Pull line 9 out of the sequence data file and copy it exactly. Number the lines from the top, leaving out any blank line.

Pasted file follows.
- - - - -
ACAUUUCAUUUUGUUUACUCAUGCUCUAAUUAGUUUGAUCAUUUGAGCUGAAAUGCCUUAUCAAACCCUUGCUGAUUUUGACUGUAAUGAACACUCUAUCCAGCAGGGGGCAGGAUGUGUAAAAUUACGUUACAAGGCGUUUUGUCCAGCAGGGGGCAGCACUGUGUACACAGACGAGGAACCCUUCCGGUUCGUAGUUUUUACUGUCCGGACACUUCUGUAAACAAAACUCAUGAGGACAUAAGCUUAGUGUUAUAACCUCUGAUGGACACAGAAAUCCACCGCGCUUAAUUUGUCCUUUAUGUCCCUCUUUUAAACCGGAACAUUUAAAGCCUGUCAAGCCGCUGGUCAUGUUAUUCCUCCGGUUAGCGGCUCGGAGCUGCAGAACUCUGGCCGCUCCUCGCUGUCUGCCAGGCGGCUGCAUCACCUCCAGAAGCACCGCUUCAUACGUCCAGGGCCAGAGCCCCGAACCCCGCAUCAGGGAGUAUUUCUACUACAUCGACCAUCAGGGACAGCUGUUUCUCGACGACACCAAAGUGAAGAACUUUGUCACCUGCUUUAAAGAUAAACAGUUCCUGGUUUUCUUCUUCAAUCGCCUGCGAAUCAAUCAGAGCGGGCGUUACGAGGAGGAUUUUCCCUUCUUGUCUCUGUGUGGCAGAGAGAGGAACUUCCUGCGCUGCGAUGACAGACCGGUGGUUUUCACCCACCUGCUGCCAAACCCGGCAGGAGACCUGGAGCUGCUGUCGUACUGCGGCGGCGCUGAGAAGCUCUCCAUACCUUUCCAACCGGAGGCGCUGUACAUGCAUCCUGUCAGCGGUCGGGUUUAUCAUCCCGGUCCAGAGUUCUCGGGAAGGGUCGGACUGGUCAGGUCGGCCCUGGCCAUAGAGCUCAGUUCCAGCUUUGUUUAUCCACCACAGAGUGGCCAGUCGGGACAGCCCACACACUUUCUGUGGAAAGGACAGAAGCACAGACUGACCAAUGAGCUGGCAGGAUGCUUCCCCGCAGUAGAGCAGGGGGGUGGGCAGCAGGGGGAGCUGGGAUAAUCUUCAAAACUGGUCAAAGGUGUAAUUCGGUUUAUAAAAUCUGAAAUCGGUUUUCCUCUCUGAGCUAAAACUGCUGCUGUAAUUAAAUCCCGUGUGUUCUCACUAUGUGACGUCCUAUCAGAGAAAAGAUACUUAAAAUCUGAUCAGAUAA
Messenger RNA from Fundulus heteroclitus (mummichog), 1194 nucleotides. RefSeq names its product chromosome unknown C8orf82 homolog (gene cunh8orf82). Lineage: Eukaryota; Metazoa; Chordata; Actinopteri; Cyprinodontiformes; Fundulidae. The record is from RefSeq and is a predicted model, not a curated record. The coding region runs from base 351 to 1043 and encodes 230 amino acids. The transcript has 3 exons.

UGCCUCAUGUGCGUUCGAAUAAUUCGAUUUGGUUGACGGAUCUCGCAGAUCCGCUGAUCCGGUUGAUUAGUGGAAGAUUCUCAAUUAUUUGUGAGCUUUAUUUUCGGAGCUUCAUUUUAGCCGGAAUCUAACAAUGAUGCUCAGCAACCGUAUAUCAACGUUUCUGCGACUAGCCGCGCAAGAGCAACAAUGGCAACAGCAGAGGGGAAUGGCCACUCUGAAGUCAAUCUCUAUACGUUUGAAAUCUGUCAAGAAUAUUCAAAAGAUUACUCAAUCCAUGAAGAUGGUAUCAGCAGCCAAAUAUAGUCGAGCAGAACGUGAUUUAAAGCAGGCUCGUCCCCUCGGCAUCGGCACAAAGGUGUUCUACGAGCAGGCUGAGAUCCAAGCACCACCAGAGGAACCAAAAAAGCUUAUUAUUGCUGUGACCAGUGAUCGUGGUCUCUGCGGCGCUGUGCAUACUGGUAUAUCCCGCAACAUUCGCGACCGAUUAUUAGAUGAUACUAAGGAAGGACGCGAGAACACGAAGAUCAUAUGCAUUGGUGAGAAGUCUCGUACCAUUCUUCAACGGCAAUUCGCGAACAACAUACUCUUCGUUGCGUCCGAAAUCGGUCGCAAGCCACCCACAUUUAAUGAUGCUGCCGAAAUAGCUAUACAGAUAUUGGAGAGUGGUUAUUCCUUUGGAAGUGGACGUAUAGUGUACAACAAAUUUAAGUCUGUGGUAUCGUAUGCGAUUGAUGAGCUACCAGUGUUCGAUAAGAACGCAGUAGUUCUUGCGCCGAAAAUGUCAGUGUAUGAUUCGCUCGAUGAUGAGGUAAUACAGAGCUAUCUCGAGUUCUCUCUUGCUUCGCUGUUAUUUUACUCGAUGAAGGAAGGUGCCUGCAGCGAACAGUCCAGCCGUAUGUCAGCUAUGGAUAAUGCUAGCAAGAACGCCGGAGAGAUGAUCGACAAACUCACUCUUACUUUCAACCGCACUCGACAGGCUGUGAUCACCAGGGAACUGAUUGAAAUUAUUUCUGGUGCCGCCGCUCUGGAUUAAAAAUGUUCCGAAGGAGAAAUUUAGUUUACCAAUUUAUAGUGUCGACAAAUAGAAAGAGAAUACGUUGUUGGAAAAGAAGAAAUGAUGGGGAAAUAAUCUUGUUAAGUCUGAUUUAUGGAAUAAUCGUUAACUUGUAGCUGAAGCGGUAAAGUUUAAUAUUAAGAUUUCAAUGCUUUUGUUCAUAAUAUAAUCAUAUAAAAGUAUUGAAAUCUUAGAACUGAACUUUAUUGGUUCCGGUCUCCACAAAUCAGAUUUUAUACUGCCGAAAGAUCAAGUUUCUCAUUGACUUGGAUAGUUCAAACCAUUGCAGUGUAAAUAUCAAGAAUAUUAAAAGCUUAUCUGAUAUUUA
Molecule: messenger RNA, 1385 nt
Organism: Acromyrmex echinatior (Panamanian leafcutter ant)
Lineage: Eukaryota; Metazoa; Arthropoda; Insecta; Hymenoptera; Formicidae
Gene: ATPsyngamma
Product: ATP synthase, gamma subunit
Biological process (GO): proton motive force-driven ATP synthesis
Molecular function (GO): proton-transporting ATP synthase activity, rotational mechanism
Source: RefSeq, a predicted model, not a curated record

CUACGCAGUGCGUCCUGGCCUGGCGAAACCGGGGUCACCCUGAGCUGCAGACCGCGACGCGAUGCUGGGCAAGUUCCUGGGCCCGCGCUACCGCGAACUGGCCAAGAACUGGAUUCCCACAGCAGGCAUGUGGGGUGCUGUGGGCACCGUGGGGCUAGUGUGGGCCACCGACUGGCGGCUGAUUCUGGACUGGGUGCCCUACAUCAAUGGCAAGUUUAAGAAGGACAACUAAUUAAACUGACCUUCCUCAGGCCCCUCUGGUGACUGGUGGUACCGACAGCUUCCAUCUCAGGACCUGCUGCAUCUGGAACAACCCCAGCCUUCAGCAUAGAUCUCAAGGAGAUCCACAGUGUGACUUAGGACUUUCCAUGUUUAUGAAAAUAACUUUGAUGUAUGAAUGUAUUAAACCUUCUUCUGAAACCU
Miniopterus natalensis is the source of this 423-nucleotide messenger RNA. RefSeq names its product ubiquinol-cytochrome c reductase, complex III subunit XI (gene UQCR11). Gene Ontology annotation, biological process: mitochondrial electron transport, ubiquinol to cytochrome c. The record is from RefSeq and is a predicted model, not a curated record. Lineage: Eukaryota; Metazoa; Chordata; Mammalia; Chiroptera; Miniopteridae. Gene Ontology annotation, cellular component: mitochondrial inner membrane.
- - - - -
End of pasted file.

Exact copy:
Biological process (GO): proton motive force-driven ATP synthesis